Farrar said the assistance offered is part of the "regional security strategy" of his government and that the agreed amount is in addition to the $30 million awarded last year as part of the "strategy of global cooperation," which includes the "implementation of the bilateral trade promotion agreement and the eradication of child labor."

The U.S. assistance program also includes institutional strengthening of the justice system .

The Foreign Minister Núńez Fábrega stressed the importance of this support in the fight against transnational crime through the "training of the members of the National Police to manage their tactical teams, and sensitive investigation units" against trafficking drugs, among other areas of action.

Nunez Fabrega referred to other conflicts of an international character, including that relating to the retention by Ecuador of the Panamanian-flagged ship Doria, in October 2013.

The return of the ship to Panama has been delayed, because the Ecuadorian prosecutor Galo Chiriboga is investigating the case after having discovered 799 kilos of drugs on the Panamanian vessel. In turn, the for President of the Central Bank of Ecuador, Pedro Delgado, is being investigated for alleged acts of corruption. Fabrega said "he has not had time" to consider the Panamanian request for the ship to be returned. The process began in April last year. (Prensa)

Editor's Comment: Good. $7.8 million isn't a whole lot of money but the United States is certainly getting a good return on its investment with regards to the anti drug efforts here. Panama seizes about 50 tons of cocaine per year. The US government should place strong emphasis on corruption in the judicial system. There is no judicial security in Panama. None. It's like a bridge that's built out of mystical, magical clouds. Sometimes you can skip right over it and get whatever you want. Sometimes it looks like it's there and it's real, but when you try to use the system to right some wrong, it melts away and evaporates like it was never there. In Panama big money can "buy justice" at any time. This issue is particularly important to the members of the English speaking community of expatriates living in Panama, as well as those who invest in Panama, own property, or conduct any other sort of business here. I've literally seen people get away with murder, simply because they have money and political connections. The fact that you're a "gringo" is not a positive, but rather a negative. There is no judicial security in Panama - the law is selectively enforced. I'm going to say that a thousand times, until people understand that it's real. And, it's a huge and massive problem, especially for foreigners.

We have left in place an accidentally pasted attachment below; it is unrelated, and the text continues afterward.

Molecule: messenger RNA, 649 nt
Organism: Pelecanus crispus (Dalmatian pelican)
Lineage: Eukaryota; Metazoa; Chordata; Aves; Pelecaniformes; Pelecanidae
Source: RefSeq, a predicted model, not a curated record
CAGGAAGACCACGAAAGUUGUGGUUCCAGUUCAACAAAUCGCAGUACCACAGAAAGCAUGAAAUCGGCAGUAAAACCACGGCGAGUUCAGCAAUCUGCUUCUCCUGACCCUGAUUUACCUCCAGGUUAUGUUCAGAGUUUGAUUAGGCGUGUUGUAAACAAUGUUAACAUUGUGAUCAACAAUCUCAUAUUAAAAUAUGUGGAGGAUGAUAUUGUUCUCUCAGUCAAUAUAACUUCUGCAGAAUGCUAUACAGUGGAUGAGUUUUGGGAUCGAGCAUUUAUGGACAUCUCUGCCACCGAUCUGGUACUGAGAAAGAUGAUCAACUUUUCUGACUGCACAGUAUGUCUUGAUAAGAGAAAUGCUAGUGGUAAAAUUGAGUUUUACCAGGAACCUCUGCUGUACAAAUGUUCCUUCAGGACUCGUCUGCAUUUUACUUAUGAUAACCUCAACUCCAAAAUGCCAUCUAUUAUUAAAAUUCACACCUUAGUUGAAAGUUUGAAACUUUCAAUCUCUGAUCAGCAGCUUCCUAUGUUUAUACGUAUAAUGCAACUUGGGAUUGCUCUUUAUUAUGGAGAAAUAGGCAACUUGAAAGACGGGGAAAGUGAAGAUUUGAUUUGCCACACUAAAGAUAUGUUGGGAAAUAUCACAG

Just this week I received no less than three new cases - one involving the theft of more than $500,000 from an investor. They simply take the money, then use it to pay bribes to make sure they are never prosecuted. Pretty cool gig, eh? The US Ambassador should be screaming this from the rooftops, but he's not. Don't expect any help at all from the US Embassy. Well, they might give you a cup of coffee while they listen to your sob story, but that's about it. They will tell you to "hire a lawyer".

I guess it's not very diplomatic to complain about judicial corruption in the press. The US State Department has bigger fish to fry, I guess. YOU are not their priority.

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Panama demolishes residence of former dictator Manuel Noriega

Panama NewsPanama City (AP) A bulldozer is demolishing a mansion once owned by former dictator Manuel Noriega, after the Panamanian government found no buyers for it.

Panamanian President Ricardo Martinelli said Thursday the rambling, weed-choked residence had become a breeding ground for mosquitoes, rats and other pests.

The estate valued at $2.5 million is in Panama City's posh San Francisco district, but a yearslong effort to sell it received no bids.

Previously, Martinelli proposed using the site as a "Memory Park" to remind Panamanians of the damage Noriega did to Panama.

Noriega was toppled by a 1989 U.S. invasion and served 17 years in the U.S. for drug trafficking.

The 79-year-old was later convicted in France of money laundering and returned to Panama to serve a 60-year sentence on charges including murder.